As I walked away holding my eldest girl’s hand, the boy yelled after me: “But I wanted you to bounce me on the seesaw. Come back lady, please lady you have to play with me”. I gripped my girl’s hand as we walked faster to our car, where my husband was buckling our two other children into their seats.

I felt like a terrible adult. Although he was not my child, I felt a sense of responsibility to him. His mother was completely disengaged. Perhaps she’d had a long day and needed a break. Perhaps she was unwell. Perhaps he’s a tough kid and she’d had enough of entertaining him. Perhaps this was her chosen parenting style – to dump and disengage.

We had gone to the park to hang out as a family. It’s been a busy week and we needed some together time. The moment we stepped onto the bark chips we were pounced on by this boy. Every time, one of our kids tried to go down the slide he’d push in front of them and sit there. Every time one of our kids went to slide down a pole or climb a ladder, he was there blocking their path. His mother sat there watching, not at any stage stepping in. Then his behaviour escalated. He tried to push one of our kids of some play equipment. Still no response from his mother, so we moved to another part of the playground.

He chased after us. She took this as her moment to grab a magazine and sit reading under a tree. Again, he pushed past our kids, until Miss E pointedly told him he was not welcome.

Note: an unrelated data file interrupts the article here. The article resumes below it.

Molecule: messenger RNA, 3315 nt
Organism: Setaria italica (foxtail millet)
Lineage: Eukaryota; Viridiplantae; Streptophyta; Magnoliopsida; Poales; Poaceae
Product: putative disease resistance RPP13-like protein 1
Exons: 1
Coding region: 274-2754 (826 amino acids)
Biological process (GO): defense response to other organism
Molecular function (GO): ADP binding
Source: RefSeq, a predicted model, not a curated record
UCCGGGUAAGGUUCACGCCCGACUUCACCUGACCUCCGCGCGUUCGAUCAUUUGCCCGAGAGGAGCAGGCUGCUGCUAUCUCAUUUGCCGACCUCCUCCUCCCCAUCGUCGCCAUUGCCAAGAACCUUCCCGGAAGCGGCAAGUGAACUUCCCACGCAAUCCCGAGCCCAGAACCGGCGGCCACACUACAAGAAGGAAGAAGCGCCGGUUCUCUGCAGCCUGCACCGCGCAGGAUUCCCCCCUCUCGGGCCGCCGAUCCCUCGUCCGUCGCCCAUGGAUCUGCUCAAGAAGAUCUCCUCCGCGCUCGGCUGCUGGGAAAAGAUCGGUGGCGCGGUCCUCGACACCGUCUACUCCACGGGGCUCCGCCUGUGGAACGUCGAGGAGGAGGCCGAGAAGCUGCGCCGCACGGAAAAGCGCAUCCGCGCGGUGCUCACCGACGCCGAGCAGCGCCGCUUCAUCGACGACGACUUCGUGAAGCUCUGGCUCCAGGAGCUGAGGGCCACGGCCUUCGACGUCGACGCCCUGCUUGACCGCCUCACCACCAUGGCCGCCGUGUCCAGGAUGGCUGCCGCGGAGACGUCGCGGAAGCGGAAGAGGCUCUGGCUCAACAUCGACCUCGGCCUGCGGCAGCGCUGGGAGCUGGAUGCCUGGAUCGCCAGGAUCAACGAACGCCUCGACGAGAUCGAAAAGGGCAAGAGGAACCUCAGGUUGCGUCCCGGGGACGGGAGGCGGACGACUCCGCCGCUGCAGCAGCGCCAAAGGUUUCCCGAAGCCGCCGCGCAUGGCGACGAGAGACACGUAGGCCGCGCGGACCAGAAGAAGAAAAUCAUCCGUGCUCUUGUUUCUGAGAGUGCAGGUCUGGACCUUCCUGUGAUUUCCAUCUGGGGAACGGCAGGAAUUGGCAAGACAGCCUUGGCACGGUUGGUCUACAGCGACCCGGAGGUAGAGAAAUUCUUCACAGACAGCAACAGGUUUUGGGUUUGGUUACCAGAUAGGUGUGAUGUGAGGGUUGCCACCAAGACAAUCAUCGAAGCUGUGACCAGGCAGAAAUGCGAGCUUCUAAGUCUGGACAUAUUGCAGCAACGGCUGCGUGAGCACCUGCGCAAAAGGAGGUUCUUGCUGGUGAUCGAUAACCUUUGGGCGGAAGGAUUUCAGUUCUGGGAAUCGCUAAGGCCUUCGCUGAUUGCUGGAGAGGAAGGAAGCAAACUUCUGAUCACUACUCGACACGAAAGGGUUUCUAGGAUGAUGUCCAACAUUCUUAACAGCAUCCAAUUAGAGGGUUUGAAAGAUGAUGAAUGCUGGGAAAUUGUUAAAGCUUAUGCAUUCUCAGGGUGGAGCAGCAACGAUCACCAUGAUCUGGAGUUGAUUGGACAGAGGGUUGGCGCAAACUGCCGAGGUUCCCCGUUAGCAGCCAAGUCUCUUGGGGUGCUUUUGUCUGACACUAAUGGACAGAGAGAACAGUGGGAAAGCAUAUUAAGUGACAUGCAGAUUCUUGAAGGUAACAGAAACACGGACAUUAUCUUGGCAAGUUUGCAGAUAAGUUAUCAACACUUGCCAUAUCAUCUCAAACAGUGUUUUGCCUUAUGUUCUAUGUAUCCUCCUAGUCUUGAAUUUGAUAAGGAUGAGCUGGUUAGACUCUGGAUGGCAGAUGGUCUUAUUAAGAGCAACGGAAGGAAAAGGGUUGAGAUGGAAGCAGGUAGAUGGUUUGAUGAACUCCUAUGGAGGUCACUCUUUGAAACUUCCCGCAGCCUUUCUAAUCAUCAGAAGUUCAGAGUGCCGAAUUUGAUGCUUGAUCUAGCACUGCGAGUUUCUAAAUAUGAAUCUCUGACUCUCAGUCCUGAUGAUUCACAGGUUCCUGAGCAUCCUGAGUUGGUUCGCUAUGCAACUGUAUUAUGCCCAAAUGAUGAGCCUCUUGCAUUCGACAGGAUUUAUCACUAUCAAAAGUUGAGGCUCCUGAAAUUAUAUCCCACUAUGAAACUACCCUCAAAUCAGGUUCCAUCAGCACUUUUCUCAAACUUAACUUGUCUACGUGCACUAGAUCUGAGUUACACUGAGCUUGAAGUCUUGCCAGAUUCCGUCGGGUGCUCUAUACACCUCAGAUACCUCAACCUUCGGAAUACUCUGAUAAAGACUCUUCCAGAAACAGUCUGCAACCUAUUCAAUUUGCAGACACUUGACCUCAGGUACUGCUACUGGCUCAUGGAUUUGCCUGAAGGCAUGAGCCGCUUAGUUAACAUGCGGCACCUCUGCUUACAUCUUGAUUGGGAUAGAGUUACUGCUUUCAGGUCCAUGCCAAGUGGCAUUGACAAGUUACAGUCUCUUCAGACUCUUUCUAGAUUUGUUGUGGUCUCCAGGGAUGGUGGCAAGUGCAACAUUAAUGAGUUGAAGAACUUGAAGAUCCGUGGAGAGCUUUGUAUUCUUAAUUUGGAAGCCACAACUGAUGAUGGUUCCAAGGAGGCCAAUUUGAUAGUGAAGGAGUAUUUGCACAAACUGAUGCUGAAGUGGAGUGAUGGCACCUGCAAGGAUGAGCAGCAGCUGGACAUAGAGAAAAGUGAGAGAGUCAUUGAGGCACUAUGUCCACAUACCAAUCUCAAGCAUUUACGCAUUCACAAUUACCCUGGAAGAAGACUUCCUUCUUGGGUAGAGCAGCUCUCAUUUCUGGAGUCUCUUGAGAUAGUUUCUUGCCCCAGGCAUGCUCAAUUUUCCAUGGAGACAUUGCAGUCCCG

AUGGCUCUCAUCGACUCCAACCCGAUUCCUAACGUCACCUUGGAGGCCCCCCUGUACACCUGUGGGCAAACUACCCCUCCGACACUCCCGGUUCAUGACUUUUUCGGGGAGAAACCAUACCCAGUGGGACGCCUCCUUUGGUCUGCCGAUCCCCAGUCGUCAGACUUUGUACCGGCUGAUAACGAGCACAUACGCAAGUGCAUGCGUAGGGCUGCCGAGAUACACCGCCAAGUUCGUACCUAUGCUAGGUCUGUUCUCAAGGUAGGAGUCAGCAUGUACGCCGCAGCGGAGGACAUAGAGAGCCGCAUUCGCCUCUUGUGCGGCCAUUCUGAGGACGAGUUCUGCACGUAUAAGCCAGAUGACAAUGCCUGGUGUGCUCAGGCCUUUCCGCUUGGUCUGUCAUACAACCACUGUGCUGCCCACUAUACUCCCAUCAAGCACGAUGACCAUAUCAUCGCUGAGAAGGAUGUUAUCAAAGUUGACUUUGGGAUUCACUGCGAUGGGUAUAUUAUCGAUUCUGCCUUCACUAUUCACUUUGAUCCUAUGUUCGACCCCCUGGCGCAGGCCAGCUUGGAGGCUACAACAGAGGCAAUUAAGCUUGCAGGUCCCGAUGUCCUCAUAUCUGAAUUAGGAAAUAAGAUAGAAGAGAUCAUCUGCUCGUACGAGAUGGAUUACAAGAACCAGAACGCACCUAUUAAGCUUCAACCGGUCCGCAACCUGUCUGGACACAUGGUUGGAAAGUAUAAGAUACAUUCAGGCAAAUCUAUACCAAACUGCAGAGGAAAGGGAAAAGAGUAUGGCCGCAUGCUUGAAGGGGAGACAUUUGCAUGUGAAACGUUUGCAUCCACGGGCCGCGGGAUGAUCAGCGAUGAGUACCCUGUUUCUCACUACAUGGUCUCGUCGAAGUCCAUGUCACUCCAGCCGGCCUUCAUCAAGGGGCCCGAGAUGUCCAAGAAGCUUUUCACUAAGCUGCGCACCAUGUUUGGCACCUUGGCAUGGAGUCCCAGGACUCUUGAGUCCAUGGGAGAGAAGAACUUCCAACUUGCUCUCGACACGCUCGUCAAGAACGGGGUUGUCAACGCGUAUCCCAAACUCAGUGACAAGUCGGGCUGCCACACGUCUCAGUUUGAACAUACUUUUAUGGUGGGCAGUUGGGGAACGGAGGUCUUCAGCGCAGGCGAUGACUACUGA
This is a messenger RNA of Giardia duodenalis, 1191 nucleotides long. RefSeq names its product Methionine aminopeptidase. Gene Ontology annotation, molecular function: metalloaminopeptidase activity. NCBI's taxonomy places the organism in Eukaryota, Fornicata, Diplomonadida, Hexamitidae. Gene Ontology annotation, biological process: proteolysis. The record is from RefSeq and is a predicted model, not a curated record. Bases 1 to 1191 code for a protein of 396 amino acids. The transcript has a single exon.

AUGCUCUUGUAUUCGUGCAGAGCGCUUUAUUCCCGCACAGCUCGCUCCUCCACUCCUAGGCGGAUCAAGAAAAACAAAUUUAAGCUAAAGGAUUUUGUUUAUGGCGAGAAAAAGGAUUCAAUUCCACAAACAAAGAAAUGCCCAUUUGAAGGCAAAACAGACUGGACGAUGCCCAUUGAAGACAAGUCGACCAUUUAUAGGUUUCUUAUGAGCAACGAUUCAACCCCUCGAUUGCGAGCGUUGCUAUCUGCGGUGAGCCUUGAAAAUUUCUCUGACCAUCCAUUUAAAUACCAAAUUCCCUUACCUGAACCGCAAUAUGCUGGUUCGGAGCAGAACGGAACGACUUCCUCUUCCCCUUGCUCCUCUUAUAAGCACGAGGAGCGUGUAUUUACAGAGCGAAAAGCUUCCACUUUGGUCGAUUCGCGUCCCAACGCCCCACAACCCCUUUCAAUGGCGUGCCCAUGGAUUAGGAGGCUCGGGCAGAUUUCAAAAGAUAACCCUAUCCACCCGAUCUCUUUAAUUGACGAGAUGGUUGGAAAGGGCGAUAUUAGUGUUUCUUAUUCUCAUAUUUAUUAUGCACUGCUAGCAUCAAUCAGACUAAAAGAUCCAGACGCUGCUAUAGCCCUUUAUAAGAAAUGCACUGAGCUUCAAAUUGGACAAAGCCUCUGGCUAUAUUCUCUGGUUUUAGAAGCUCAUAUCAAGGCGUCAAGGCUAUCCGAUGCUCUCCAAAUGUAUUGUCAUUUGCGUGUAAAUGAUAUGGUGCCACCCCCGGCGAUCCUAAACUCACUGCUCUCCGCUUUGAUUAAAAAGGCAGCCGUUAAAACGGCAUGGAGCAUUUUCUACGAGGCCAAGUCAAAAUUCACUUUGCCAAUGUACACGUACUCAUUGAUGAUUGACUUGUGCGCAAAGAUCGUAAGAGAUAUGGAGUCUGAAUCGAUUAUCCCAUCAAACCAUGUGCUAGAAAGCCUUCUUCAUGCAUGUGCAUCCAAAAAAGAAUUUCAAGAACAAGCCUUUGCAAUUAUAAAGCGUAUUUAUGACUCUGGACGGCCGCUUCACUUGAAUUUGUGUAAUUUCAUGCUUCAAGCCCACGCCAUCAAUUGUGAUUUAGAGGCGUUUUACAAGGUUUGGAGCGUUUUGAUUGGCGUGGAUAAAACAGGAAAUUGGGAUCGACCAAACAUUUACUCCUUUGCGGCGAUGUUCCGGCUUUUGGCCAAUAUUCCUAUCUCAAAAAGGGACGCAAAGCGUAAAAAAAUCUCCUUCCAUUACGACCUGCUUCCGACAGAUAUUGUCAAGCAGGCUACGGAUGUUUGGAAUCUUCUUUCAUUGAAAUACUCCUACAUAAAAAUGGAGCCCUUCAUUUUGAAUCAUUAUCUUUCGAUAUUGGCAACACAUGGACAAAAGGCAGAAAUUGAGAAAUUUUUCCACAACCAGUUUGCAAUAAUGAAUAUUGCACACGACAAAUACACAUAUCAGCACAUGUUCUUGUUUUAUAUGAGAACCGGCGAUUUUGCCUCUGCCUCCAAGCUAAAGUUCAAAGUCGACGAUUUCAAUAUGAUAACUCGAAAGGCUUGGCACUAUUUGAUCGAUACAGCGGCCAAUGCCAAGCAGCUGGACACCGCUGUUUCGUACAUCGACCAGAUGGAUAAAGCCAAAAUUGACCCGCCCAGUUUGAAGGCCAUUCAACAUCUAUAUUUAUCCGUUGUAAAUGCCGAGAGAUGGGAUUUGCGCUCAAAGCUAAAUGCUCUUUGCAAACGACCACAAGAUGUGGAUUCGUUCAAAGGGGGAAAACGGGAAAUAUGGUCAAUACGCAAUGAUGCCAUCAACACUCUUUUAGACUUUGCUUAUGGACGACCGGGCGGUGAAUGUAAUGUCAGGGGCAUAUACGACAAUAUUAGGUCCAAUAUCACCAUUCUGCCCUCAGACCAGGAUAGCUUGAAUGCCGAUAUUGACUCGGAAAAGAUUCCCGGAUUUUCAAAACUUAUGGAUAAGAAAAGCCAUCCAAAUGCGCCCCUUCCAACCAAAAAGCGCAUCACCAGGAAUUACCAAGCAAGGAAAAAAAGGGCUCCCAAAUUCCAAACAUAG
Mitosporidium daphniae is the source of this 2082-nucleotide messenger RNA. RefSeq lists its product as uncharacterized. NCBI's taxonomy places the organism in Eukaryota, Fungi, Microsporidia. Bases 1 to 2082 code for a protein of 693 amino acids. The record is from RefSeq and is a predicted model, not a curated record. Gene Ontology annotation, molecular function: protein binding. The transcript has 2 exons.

He moved on to another family, until they too got up and left. He passed us with tears in his eyes, still his Mum sat reading her magazine. My heart reached out to him, but shamefully I did nothing. I just stood there watching him wandering to another group of kids; lonely and needy.

They’re everywhere; attention starved children with longing in their eyes. Their desperate need for validation pushing others away. Their parents dumping their kids in public places  – parks, pools and shopping centre playgrounds – with an expectation others will entertain them. A number of times lately, we’ve been in a playground and a caregiver has instructed their young child to play while they’ve headed off elsewhere. Does that mean we are then responsible for that child?

I’m all for free range parenting, if it’s premeditated and comes with safety mechanisms in place, but not when the only reason you parent that way is because you are lazy and don’t give a shit about your kid.

What are your thoughts on pushy and needy kids in playgrounds? Do you ever say anything to their parents? Do you feel a sense of guilt?

Love to hear what you think,
bigwords xx